Properties in Bulgaria: Black Sea, blue skies

Once a holiday destination for apparatchniks, Bulgaria now offers tempting investment opportunities. Think of a land of 50p-pints and £2 meals, long white sands on hot summer days and fully-furnished two-bed beach apartments for £35,000. Add to that guaranteed rental income and a minimum 25 per cent increase in value by this time next year. Where is this paradise? Bulgaria, that’s where.

“Bulgaria has been a tourist destination for decades among holidaymakers from the old Communist block so the basic infrastructure is good, but what it needed was sufficient quality to attract Western markets and that now exists,” says Tahir Ali, a director of Bulgaria Revealed, one of a dozen specialist agencies to emerge in the UK in the past year to promote property in a country until now associated with dodgy wine and an avuncular Womble. “The old Black Sea resorts were just blocks around a swimming pool. Now developments such as the Diamond Resort in Sunny Beach, which we represent, have a gym, beauty centre, internet café, even an Irish bar,” adds Ali.

Most of Bulgaria Revealed’s clients are interested in buying off-plan. “You can find inland properties dirt cheap and do them up, but unless you’re planning to live there, it’s not a worthwhile investment if you’re more than two miles from the coast,” says Ali.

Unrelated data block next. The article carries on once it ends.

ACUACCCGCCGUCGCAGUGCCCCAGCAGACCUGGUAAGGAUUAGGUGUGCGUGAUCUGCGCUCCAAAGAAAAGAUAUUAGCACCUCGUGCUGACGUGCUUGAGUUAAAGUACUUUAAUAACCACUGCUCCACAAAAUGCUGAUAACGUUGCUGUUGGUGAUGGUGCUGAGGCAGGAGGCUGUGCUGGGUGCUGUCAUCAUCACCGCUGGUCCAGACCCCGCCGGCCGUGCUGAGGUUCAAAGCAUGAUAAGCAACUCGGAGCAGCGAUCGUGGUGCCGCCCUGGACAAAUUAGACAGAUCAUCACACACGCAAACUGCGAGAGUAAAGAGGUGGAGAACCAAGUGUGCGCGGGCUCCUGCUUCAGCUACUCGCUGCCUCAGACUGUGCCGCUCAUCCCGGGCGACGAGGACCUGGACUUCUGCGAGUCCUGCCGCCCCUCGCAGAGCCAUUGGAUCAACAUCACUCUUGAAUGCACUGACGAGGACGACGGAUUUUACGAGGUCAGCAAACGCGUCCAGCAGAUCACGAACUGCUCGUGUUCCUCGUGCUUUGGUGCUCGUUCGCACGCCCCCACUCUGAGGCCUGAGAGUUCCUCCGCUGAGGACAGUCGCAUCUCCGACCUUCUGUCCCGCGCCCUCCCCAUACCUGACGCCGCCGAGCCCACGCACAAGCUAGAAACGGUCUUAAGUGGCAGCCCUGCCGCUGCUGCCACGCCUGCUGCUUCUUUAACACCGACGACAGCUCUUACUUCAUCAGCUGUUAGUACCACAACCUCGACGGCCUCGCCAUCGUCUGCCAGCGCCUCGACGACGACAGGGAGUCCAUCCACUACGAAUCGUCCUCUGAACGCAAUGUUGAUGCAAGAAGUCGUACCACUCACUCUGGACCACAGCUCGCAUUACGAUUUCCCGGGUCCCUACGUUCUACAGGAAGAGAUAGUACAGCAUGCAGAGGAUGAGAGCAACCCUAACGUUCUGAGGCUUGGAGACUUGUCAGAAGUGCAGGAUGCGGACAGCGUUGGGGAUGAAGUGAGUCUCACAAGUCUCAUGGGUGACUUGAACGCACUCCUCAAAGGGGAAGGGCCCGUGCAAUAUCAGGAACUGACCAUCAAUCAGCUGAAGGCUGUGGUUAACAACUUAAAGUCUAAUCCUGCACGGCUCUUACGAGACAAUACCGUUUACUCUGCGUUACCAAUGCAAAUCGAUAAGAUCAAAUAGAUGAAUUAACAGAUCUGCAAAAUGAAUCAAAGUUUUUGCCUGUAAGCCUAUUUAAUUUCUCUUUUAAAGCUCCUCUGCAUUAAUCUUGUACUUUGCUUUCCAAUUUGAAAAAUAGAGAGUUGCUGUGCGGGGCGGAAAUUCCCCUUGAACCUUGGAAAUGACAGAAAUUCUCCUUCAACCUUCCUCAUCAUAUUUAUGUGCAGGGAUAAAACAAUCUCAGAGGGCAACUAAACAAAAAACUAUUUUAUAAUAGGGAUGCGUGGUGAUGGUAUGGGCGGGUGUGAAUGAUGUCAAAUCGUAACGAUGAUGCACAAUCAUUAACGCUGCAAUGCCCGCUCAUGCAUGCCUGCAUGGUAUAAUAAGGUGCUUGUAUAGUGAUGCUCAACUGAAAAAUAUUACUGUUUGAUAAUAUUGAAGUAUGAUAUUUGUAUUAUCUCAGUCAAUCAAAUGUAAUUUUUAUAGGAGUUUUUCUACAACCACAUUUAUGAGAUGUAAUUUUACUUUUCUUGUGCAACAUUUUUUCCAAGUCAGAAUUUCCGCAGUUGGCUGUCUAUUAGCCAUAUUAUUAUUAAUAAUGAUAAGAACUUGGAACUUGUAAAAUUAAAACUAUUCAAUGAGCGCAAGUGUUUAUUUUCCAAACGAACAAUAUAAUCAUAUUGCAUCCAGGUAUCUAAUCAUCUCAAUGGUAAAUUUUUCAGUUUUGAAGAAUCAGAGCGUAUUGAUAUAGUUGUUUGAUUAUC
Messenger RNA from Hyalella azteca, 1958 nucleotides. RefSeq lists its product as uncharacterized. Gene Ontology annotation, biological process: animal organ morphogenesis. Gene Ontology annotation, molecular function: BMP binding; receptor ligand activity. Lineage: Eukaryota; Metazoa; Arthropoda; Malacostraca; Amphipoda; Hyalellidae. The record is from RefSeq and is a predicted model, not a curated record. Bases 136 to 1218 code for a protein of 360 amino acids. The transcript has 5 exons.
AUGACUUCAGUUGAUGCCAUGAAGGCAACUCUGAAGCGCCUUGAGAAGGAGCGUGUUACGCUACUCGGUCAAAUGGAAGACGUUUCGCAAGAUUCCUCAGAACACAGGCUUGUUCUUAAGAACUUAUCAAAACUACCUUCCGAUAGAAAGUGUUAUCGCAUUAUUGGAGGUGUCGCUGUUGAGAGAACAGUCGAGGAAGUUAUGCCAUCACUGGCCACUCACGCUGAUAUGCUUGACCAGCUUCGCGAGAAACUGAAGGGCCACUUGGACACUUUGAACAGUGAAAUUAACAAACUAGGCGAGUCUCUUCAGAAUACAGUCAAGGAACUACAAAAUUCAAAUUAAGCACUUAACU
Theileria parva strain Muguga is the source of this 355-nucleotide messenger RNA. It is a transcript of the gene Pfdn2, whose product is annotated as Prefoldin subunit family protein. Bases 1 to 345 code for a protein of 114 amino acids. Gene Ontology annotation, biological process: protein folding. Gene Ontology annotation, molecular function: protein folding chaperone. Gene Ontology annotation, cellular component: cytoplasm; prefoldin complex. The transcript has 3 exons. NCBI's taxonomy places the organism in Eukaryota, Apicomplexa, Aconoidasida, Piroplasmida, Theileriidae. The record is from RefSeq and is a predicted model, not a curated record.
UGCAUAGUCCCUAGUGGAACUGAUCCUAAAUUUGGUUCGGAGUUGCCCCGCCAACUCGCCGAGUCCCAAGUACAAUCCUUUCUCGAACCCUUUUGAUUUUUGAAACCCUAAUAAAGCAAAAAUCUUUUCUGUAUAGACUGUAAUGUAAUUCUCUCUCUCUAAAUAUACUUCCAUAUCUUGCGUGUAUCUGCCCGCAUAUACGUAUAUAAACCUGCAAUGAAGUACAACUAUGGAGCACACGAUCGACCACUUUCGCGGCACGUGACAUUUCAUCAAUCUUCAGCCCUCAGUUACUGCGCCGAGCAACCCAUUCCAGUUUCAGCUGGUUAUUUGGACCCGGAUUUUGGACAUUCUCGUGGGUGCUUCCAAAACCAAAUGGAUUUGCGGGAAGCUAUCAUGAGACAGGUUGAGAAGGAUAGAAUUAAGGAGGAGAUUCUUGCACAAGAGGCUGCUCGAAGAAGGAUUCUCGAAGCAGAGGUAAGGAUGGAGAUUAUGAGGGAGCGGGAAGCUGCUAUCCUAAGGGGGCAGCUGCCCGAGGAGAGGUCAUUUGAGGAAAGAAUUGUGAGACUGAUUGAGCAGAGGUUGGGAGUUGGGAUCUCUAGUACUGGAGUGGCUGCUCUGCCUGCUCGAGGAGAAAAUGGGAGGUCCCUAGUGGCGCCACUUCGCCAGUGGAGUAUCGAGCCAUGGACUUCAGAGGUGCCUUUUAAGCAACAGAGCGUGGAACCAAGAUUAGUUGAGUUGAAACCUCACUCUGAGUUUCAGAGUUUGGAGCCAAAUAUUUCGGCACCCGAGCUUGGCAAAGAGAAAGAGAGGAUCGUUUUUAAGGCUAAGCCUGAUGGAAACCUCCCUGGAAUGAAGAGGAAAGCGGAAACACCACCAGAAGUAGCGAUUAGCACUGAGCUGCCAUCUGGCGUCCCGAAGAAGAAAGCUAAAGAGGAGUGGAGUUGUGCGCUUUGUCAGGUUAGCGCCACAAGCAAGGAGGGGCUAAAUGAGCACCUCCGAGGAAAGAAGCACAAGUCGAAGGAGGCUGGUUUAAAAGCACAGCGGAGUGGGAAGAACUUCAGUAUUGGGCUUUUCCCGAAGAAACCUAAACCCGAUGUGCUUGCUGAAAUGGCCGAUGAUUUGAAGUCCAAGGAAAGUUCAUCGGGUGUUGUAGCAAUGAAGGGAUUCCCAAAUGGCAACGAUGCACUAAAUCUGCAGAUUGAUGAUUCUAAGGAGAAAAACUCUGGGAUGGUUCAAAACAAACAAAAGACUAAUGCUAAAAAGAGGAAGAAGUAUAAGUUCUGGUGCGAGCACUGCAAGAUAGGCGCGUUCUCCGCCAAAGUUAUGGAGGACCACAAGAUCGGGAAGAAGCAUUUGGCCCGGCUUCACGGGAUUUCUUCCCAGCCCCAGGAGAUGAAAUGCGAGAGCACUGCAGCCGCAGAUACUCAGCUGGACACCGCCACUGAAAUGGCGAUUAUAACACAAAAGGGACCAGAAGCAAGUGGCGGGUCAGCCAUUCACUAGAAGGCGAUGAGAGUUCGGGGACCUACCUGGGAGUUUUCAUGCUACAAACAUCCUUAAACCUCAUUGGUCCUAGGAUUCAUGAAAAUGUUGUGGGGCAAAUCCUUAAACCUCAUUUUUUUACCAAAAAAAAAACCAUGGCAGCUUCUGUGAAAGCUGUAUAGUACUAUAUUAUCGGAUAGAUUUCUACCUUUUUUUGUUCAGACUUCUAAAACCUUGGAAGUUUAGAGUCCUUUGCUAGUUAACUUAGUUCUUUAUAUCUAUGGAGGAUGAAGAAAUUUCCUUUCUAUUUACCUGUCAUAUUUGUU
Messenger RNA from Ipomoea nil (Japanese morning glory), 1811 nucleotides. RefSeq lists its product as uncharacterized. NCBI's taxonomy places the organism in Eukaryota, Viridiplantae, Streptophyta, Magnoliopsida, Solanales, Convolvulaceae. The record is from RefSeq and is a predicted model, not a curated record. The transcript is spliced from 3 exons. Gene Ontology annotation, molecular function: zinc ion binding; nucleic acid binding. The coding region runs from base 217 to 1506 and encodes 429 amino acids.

Properties in Bulgaria

Bulgarian government has invested €20m to build up an infrastructure of European standards. The United States is pouring in money too, having targeted Bulgaria as a strategic base for the Middle East.

All the major UK tour companies, including Thomson, Thomas Cook and First Choice, now offer package holidays to Bulgaria and budget airlines such as EasyJet are eyeing up the possibilities of adding it to their destination list. “Visitors to Bulgaria are increasing by 30 per cent every year, which is a real reason to need new accommodation. It’s not just an investment bubble,” says Robert Jenkin, a director of Bulgarian Dreams, who only deal in new-build investment properties. “Until budget airlines start flying there, existing properties are harder to rent out as there is no independent rental market in Bulgaria. With new-build, you get a good rental income through tour operators.”